Saghizadeh, 2015). Approximately 75% of all eye injuries affect the cornea and are due to
foreign bodies or abrasive damages. Other causes of corneal wounds include burns, punctures
and viral or bacterial infections (McGwin & Owsley, 2005). In general, successful wound
healing occurs through the renewal of corneal epithelial stem cells, but in some cases,
particularly in the presence of a severe injury, or when the wound is not treated properly or
rapidly, corneal injury may result in permanent visual impairment or lead to corneal blindness
(Daniels, Dart, Tuft, & Khaw, 2001).
To investigate corneal wound healing, several models have been used over the years. Among
others, the ex vivo culture organ model has been used to study healing of the cornea
(Carrington & Boulton, 2005; Foreman, Pancholi, Jarvis-Evans, McLeod, & Boulton, 1996;
Gipson & Anderson, 1980; Janin-Manificat et al., 2012; Zagon, Sassani, & McLaughlin,
2000). However, these studies are limited by the availability of healthy donors and the delay
between donor’s death and the arrival of the tissue in the laboratory. As for in vivo
experiments, they are expensive and difficult to conduct because of the inherent variability
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among animals (Bentley et al., 2001; Buhren et al., 2009; Ferrington et al., 2013; Friedenwald
& Buschke, 1944; Pallikaris, Papatzanaki, Stathi, Frenschock, & Georgiadis, 1990). Cell
monolayers in vitro models are definitively less complex than the native cornea can be of
interest due to their ease and rapidity of use (Ker-Woon, Abd Ghafar, Hui, Mohd Yusof, &
Wan Ngah, 2015; Lu, Wang, Dai, & Lu, 2010; Nelson, Silverman, Lima, & Beckman, 1990;
Rieck, Cholidis, & Hartmann, 2001; Robciuc, Arvola, Jauhiainen, & Holopainen, 2018).
Recent works in the field of tissue engineering have led to the emergence of new three￾dimensional corneal equivalents. Some current approaches rely on the use of decellularized
biological materials, as in the case of amniotic membrane and animal cornea (Ghezzi, Rnjak￾Kovacina, & Kaplan, 2015). Others rely on the use of a variety of natural and synthetic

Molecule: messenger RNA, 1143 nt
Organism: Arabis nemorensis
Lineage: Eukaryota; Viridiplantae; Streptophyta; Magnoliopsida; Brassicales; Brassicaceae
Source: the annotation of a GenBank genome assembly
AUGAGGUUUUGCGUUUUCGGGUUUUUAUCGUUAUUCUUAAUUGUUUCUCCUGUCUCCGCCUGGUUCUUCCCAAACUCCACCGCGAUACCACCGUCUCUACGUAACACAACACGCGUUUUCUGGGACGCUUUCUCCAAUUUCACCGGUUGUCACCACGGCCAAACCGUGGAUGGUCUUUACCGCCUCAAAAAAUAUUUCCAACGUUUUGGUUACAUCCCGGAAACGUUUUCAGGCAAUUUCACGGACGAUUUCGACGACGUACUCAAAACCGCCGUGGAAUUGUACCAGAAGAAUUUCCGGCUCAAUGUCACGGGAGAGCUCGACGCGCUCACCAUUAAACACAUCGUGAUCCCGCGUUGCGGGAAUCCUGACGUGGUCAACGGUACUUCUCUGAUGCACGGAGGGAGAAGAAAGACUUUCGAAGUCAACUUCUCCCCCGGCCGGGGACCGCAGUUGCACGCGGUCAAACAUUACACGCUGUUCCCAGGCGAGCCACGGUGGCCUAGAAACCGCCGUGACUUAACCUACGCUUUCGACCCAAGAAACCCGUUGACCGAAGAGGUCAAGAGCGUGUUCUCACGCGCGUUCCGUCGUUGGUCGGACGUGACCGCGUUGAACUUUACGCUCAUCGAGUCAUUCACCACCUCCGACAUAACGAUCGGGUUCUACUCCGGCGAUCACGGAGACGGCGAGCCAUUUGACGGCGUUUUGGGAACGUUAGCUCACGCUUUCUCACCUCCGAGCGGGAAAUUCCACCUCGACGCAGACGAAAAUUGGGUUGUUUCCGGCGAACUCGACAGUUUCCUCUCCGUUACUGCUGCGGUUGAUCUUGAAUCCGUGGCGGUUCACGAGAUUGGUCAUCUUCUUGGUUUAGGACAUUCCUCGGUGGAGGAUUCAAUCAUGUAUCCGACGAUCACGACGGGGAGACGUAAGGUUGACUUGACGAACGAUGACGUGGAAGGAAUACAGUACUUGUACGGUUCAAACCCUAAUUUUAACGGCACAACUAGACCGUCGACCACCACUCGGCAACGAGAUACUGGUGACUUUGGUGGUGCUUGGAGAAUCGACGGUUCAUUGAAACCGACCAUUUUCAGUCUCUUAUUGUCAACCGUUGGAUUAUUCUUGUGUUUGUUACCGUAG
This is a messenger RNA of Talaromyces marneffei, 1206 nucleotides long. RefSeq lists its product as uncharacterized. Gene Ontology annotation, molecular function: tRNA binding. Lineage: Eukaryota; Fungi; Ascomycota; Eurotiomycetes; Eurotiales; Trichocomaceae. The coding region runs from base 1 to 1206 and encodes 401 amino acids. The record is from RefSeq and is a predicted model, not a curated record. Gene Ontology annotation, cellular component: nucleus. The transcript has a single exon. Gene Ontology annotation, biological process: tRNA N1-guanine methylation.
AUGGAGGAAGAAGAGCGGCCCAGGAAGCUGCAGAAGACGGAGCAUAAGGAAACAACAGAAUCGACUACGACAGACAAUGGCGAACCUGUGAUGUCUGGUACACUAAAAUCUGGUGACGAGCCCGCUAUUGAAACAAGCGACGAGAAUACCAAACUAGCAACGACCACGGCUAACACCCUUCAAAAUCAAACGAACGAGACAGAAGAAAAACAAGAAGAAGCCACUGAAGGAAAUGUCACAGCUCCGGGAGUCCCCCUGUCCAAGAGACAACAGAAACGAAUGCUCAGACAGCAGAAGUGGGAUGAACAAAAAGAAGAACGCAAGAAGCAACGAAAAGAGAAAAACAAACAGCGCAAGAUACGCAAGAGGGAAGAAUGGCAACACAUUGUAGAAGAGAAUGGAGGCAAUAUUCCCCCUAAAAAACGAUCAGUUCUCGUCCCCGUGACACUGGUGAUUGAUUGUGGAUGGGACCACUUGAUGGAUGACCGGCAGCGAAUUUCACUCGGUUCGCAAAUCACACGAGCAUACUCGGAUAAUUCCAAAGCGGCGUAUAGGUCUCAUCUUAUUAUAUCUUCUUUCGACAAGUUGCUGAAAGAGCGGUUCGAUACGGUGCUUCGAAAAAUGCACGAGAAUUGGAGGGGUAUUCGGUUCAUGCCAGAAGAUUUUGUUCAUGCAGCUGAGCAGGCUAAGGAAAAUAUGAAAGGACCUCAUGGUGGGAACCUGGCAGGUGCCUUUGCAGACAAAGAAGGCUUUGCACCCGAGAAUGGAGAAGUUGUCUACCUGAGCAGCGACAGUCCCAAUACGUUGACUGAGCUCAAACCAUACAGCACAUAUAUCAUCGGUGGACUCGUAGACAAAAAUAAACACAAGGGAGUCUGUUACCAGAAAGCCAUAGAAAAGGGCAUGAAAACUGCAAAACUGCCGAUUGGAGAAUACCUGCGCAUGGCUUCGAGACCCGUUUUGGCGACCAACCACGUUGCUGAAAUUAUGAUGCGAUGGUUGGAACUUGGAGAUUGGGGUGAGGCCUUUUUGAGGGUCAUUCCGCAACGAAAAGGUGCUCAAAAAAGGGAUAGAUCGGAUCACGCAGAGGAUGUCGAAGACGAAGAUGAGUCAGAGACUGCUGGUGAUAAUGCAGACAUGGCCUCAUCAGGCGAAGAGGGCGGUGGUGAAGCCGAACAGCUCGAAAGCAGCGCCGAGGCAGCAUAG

polymers, such as collagen-chitosan, cross-linked recombinant collagen and polyacrylamide
or polyethylene glycol, in combination with primary derived corneal cells or immortalized
corneal cell lines (Griffith et al., 1999; Reichl, Bednarz, & Muller-Goymann, 2004; Van
Goethem et al., 2006). Using ascorbic acid to promote secretion of extracellular matrix
(ECM) by fibroblasts in a procedure known as the self-assembly approach (Auger, Remy￾Zolghadri, Grenier, & Germain, 2002; Germain L, 2004), we succeeded in the reconstruction
of a human, three-dimensional, tissue-engineered cornea (hTEC) (Carrier et al., 2008;
Germain et al., 1999; Proulx et al., 2010). When mechanically wounded, the hTEC triggers
processes such as cell migration and proliferation, to allow reepithelialization of the damaged
tissue, which is found to be very similar to wound healing of a native cornea (Carrier et al.,
2008; Couture et al., 2016; Zaniolo, Carrier, Guerin, Auger, & Germain, 2013).
During corneal wound healing, many processes such as cell migration, proliferation,
differentiation and adhesion will chronologically take part in the wound healing response.
The first event is the migration of cells adjacent to the wounded area whose function is to seal
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the wound, followed by their proliferation and vertical differentiation in order to produce the